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RICE Scoring

What is RICE Scoring?

RICE Scoring is a prioritization framework that helps product managers to take into account various factors, such as a potential feature’s impact, the effort required to implement it, the time frame, and the personal biases of those involved in decision-making.

Establishing a RICE score provides you with a structure that enables better-informed decisions, focusing on the features that will deliver the most significant value to your users and achieve your company’s goals.

The RICE framework was developed by the product team at the communications software company Intercom. They found that the existing prioritization models didn’t help them to determine which of their particular set of competing project ideas they should work on first.

How does the RICE Scoring Model work?

The RICE Scoring Model is a popular prioritization methodology used by many product teams. It relies on four main components to help quantify the potential impact of a project or initiative. 

1. Reach – This factor estimates the number of people that the feature or idea will affect.

2. Impact – This factor estimates the degree to which the project will affect the users or customers.

3. Confidence – This factor aims to estimate how sure the team is about the potential impact.

4. Effort – This factor aims to estimate the amount of work required to complete the project. You can calculate Effort in terms of time, team members, or other resources needed to complete the project.

Reach, Impact, and Confidence measure the benefits that will be gained from implementing the idea. The Effort, meanwhile, measures the cost of implementation.

How to work out a RICE Score

When it comes to scoring each of the elements in the equation, consistency is key. As long as your entire team is consistently using the same scoring system, it doesn’t matter whether you score using percentages or a scale from 1 to 10. You can decide on whatever scoring scale works best for you.

Our preference is to assign a score from 1 to 10 for each of the four factors. Then, you can use the following formula to calculate the overall RICE score:

The RICE Scoring equation

You then prioritize the product, feature, or idea with the highest total scores first.

The higher the RICE score, the more impactful and valuable the idea is likely to be.

Understanding the components of RICE Scoring

Understanding each of the components that make up the framework is key to successfully using RICE Scoring to make informed prioritizing decisions.

R – Reach

Reach in the RICE Model is an estimate of the potential number of users who will be impacted by a project or feature within a set time period.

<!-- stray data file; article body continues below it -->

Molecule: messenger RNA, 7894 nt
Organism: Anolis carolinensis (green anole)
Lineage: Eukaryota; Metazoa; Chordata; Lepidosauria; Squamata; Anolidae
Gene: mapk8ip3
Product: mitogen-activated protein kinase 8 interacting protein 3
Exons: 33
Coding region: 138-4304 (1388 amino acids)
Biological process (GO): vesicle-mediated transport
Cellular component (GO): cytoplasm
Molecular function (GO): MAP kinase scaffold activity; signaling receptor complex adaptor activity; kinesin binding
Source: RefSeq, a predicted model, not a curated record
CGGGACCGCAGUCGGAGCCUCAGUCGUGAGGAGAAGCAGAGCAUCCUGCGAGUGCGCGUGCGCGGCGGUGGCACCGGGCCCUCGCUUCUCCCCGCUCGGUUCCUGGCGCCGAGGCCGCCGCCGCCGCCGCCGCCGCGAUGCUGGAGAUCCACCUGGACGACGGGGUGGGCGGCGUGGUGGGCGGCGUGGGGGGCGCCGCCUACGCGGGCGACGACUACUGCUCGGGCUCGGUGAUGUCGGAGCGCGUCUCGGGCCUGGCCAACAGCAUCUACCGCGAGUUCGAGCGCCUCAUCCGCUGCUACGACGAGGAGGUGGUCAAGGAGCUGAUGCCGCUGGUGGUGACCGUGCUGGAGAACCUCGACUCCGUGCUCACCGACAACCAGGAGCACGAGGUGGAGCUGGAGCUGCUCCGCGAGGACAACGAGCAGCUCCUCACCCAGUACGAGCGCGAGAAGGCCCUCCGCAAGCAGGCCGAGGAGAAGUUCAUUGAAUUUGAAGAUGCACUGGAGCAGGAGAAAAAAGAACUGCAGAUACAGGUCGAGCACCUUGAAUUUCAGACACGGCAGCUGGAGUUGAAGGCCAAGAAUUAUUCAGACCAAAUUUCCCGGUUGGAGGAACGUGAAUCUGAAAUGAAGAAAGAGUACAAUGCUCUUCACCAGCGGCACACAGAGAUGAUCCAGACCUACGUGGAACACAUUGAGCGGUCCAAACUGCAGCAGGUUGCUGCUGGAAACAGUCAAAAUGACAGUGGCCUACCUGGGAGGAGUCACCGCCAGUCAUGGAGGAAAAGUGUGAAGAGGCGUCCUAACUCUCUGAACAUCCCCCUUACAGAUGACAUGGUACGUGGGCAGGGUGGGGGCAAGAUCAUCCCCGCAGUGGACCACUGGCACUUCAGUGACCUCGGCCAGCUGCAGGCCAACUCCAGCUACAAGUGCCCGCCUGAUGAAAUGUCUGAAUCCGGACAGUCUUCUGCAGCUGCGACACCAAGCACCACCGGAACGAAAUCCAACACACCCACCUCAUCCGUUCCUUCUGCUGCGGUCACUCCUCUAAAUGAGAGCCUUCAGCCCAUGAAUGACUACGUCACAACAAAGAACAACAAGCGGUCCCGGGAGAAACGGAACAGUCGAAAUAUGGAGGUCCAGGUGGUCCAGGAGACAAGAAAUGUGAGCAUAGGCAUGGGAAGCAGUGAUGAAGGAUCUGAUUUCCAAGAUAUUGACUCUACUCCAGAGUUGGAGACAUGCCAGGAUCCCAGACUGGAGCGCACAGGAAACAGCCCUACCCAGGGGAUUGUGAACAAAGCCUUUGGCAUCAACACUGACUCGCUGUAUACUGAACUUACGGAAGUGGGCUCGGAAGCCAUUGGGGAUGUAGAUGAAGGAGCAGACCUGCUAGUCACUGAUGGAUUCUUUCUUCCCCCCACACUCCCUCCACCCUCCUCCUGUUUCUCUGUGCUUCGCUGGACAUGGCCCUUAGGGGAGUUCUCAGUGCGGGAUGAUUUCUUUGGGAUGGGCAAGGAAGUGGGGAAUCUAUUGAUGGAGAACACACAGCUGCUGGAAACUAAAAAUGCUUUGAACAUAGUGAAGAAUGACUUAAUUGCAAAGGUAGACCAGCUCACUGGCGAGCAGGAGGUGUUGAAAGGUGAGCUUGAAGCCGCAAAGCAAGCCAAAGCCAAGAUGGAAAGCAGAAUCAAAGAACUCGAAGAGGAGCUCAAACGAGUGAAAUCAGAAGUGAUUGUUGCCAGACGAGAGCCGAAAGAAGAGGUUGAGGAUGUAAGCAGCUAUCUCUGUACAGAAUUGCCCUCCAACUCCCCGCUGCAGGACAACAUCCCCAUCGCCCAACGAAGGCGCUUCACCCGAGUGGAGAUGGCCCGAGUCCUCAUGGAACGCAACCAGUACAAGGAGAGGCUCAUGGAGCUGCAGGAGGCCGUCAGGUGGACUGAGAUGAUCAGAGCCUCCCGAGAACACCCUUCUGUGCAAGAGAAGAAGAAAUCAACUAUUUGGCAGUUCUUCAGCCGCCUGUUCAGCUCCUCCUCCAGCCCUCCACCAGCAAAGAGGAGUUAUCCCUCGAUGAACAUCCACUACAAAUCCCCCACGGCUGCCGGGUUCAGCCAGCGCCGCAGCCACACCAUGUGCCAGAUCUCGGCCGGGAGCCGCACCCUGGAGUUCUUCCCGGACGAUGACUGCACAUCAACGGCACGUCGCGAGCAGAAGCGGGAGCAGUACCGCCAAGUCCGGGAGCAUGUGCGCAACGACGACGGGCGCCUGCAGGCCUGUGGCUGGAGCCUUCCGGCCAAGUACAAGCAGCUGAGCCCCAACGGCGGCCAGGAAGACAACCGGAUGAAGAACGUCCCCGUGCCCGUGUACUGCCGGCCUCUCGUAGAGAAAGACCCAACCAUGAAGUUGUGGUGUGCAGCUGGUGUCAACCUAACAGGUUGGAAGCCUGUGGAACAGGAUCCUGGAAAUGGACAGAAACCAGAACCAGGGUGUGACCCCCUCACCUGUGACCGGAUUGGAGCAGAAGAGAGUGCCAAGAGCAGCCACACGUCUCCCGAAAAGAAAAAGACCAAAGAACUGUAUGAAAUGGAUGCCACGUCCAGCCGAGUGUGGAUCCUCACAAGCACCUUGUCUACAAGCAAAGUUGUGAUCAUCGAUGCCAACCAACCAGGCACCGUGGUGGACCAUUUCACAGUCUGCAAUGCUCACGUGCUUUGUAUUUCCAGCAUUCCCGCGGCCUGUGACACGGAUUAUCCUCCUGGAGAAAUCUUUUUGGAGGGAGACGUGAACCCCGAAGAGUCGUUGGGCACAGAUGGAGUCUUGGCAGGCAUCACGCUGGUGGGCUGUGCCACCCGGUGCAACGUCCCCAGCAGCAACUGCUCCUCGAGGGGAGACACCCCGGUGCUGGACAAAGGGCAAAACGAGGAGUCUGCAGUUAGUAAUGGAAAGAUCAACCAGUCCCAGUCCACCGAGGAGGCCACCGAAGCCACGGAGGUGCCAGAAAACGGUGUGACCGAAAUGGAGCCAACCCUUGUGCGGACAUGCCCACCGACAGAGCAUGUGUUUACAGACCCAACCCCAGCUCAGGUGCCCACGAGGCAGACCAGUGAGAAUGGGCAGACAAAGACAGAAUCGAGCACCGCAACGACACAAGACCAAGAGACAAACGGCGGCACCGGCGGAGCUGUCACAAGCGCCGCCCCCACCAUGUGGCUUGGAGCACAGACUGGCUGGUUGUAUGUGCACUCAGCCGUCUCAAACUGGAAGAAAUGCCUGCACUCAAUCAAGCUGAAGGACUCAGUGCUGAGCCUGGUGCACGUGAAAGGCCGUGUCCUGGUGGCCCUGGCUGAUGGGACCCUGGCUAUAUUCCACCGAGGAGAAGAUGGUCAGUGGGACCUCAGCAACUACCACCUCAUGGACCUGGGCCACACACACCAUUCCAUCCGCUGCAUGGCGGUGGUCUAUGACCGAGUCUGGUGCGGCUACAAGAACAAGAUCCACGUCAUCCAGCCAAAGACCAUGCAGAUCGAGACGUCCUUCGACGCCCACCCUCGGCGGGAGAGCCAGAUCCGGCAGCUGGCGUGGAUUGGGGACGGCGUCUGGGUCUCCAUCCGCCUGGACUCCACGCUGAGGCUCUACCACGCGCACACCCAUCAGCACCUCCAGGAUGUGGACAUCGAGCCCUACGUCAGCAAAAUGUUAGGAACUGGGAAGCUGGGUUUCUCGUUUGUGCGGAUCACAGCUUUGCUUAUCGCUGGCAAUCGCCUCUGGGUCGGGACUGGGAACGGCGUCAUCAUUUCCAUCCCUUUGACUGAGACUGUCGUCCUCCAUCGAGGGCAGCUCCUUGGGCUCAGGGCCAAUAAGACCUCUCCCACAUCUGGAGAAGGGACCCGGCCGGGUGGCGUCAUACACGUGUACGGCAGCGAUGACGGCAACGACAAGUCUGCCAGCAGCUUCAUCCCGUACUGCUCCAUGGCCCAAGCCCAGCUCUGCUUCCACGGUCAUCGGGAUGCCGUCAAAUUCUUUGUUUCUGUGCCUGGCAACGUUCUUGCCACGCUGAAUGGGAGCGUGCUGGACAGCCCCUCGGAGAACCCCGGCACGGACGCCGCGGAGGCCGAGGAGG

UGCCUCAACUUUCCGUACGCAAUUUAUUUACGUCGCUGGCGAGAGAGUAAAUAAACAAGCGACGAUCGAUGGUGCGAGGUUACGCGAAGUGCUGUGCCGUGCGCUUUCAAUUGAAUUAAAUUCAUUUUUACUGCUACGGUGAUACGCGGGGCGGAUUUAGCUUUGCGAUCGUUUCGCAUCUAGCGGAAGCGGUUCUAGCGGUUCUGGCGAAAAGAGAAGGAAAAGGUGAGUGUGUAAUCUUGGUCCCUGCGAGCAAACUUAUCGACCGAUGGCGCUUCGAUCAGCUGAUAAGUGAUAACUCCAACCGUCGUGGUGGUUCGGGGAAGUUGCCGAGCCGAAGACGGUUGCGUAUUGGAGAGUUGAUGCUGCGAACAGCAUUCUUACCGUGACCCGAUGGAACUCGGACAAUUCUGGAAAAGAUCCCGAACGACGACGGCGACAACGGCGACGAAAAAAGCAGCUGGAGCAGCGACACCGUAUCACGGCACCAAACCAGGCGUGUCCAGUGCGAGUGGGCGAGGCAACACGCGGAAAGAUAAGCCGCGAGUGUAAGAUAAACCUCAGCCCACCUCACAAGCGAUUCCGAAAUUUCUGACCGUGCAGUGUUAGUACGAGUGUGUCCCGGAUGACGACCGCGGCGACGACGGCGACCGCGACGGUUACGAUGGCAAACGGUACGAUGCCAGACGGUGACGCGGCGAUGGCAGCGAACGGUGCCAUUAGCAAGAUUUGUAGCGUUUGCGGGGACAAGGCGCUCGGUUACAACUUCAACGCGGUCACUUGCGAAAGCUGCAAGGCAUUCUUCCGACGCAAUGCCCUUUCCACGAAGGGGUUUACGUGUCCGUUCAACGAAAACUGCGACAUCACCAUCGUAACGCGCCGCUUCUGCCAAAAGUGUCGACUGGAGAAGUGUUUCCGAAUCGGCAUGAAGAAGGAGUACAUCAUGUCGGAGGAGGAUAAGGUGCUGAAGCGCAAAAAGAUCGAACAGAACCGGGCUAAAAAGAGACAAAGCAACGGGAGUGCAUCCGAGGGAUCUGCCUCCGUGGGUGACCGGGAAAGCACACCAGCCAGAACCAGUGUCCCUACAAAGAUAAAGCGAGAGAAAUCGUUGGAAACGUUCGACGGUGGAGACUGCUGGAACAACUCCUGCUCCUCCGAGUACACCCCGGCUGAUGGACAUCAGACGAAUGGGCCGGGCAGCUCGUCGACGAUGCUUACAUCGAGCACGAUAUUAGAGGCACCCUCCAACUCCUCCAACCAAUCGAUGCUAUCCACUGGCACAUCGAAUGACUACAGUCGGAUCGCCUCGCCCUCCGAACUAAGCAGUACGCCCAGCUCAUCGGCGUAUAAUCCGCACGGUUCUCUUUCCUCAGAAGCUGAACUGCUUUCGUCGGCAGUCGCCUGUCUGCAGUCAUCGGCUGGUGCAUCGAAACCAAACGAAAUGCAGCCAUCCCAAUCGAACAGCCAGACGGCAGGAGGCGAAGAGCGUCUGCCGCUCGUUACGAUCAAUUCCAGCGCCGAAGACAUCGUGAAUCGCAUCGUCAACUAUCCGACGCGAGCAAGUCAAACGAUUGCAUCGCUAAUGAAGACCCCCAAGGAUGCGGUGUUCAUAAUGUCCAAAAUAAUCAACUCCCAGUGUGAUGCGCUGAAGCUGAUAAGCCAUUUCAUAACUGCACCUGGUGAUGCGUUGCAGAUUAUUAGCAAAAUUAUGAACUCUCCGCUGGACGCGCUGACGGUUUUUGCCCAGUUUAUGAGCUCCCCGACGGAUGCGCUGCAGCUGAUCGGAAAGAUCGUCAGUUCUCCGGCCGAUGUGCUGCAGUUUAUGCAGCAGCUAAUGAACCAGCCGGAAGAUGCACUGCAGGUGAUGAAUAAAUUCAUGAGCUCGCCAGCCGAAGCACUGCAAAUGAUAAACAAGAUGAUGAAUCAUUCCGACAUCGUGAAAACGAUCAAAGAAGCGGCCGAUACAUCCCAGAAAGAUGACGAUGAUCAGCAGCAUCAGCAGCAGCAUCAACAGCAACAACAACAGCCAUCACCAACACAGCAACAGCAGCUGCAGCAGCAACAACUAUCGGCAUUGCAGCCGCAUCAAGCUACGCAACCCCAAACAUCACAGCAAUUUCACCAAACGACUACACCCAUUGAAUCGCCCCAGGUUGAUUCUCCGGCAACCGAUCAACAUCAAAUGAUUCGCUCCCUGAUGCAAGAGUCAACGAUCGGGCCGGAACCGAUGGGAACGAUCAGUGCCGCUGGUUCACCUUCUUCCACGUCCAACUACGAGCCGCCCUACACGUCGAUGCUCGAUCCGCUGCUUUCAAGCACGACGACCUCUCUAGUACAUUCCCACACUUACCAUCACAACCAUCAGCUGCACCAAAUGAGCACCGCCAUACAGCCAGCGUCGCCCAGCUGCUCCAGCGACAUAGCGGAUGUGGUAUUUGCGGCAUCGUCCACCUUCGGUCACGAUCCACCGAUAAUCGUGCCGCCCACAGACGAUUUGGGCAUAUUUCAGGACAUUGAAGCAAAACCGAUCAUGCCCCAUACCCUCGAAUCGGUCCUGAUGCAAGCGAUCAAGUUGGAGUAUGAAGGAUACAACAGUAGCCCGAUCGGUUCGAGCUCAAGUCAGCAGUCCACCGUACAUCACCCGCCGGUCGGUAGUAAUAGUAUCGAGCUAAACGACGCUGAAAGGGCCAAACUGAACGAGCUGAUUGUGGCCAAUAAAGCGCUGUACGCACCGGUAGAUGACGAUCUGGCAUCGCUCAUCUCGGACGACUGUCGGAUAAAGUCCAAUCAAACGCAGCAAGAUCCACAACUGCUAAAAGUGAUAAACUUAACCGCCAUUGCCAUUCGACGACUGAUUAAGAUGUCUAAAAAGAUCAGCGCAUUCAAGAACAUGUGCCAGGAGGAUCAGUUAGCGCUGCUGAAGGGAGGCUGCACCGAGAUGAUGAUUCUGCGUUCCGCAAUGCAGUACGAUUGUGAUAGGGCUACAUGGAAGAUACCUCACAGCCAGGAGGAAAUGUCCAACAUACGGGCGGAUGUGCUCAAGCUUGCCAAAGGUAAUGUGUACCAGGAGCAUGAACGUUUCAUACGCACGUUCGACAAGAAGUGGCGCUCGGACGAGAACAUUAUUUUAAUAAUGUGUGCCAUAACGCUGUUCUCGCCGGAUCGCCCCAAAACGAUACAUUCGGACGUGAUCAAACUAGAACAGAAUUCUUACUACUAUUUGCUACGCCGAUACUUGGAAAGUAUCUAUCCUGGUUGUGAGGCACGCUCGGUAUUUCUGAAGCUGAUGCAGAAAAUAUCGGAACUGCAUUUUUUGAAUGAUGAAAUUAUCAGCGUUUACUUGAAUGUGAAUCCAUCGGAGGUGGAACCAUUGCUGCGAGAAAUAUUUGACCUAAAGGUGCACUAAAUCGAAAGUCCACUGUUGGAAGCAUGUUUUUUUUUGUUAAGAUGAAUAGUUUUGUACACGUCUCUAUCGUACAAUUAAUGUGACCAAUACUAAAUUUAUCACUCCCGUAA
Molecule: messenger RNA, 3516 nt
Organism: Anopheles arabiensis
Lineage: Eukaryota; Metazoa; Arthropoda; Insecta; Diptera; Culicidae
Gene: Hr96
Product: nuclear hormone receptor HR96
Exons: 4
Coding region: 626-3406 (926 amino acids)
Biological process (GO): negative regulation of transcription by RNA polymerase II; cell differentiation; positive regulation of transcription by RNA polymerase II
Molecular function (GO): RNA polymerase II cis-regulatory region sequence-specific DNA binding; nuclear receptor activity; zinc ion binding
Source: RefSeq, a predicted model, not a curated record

You can calculate Reach in different ways. You could measure by the number of customers per month, daily transactions, or how many users engage with a specific feature. It depends on various factors, including the type of the project, the stage of the user journey, and the percentage of users who are likely to be affected. 

Reach is also constrained by a specific time frame. You could choose to measure over a day, week, month, or whatever time period you think best suits your product.

R – Reach

For instance, consider a social media platform that is developing a new video streaming feature. The Reach in this case could be the number of users who are likely to use and engage with the video streaming quality within a week.

I – Impact

Impact in the RICE Model is an estimate of the potential impact a project or feature would have on users and your business.

This score is crucial as it helps in prioritizing product features based on their expected outcomes. However, it can be difficult to establish accurately.

You should consider a range of factors when calculating the Impact score, such as:

  • user satisfaction
  • revenue growth
  • cost saving

These components can have a different degree of impact on users and the business. Their relative importance will depend on your product team’s goals.

A key consideration when assigning an Impact score is the magnitude and duration of the expected impact. In other words, a feature that has a larger impact but a shorter duration might not be as valuable as one that will do less but for much longer.

As mentioned, Impact can be challenging to determine accurately. To ensure consistency, it is a good idea to define a set scale of measurement for the impact of the features you’re evaluating. You should base the scale on a set of predefined quantitative metrics that you can use to assign scores, such as trial sign-ups.

While you can also measure Impact using qualitative metrics, this can be very hard to accurately predict. They can also be difficult to measure once the idea has been implemented.

C – Confidence

Confidence in the RICE framework reflects the product team’s level of certainty regarding the potential impact of a feature.

You’ll need to consider a combination of quantitative data and qualitative input. You should also try to avoid personal biases as much as possible.